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Madawaska students learn strategies to handle an active shooter event

MADAWASKA, Maine — Local and state law enforcement officials visited students of the Madawaska School Department recently to teach them how to handle the unthinkable — an active shooter situation.

The officers worked with the youngsters using the strategic training program ALICE, which stands for alert, lockdown, inform, counter, and evacuate. The program is designed to equip individuals with the skills they would need to use if ever an active shooter or aggressive intruder entered a school building or appeared on school grounds.

The district is working toward getting certified in the ALICE technique, which requires that 75 percent of staff take an online course and attend an in person training session. The school system held one of those sessions for the staff at the end of May and an informative session for parents at the end of September. To be certified, the district also must include the ALICE policy in its emergency operations plan and conduct drills during the year.

The middle and high school students had their training sessions on Oct. 15 in the library of the school.

At the beginning of each training session, the students were briefed on the ALICE model before being given the first scenario involving an active shooter in the cafeteria. As soon as the students were told which part of the school the pretend shooter was in, they scrambled to evacuate the building. A majority of the students did well, aside from a few who ran in the wrong direction and a girl during one session who fell down the stairs.  

The second scenario involved one of the staff and members of law enforcement acting as the active shooter. The students were given tennis balls and instructed to counter the attacker by throwing the balls at him. The tennis balls symbolized any items that students would be able to find to throw at an attacker in a real situation. When the “attacker” walked into the library, tennis balls flew across the room, as students screamed and a few tackled the man to the ground to allow the other students to escape.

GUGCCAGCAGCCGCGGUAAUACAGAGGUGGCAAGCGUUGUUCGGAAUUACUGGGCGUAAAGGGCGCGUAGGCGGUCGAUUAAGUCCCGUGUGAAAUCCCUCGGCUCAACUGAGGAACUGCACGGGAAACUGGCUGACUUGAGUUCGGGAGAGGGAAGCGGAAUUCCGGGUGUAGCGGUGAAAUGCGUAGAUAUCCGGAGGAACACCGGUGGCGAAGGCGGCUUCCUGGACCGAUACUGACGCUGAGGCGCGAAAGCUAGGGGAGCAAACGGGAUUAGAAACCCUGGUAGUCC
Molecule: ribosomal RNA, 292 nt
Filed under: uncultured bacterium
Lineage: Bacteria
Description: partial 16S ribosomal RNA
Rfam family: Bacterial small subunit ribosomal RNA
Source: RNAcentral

“Before, we wanted you to be passive and hide, now we want you guys to be active,” said Sgt. Josh Haines of the Maine State Police.

Haines did stress, however, that police do not want the students to confront an intruder, rather just counter an attacker as a last resort.

Students who actively participated in both the evacuation drill and the counter drill said they approved of the training, some even liked it better than what was done before.

“This [approach] is better than just sitting in a corner,” said senior high school student Ian Toussaint. “I always thought it was weird because you’re just asking for it.”

For the elementary school children, Maine State Police trainers incorporated an age appropriate book to teach them about how to handle an attacker coming into the school. Without scaring the young students, different law enforcement officers read aloud a story about a shepherd, wolf, and sheep.

The story was told from the perspective of a child in school who got to play a sheep while his teacher played the shepherd and they learned how to distract and escape the wolf, who symbolized an attacker.

“Safety drills are supposed to help us, not hurt us,” read a passage in the book.

The young students also acted out two scenarios for the ALICE training. The first was the evacuation drill, and the other was the counter drill.

Before the counter drill, students brainstormed with law enforcement and teachers about what kind of objects they could throw to disorient the gunman. Some students thought of immediate, obvious items in the classroom such as books, pencil boxes, glue sticks, staplers and tape dispensers, while other students thought of more unconventional items such as rocks from recess and potatoes from harvest.

Other provisions the school has taken to ensure student and staff safety have involved installing video phones at building entrances, using electronic key fobs for entering the building, updating phone and intercom systems, and adding and upgrading cameras of which the video feed is accessible to law enforcement remotely at all times.

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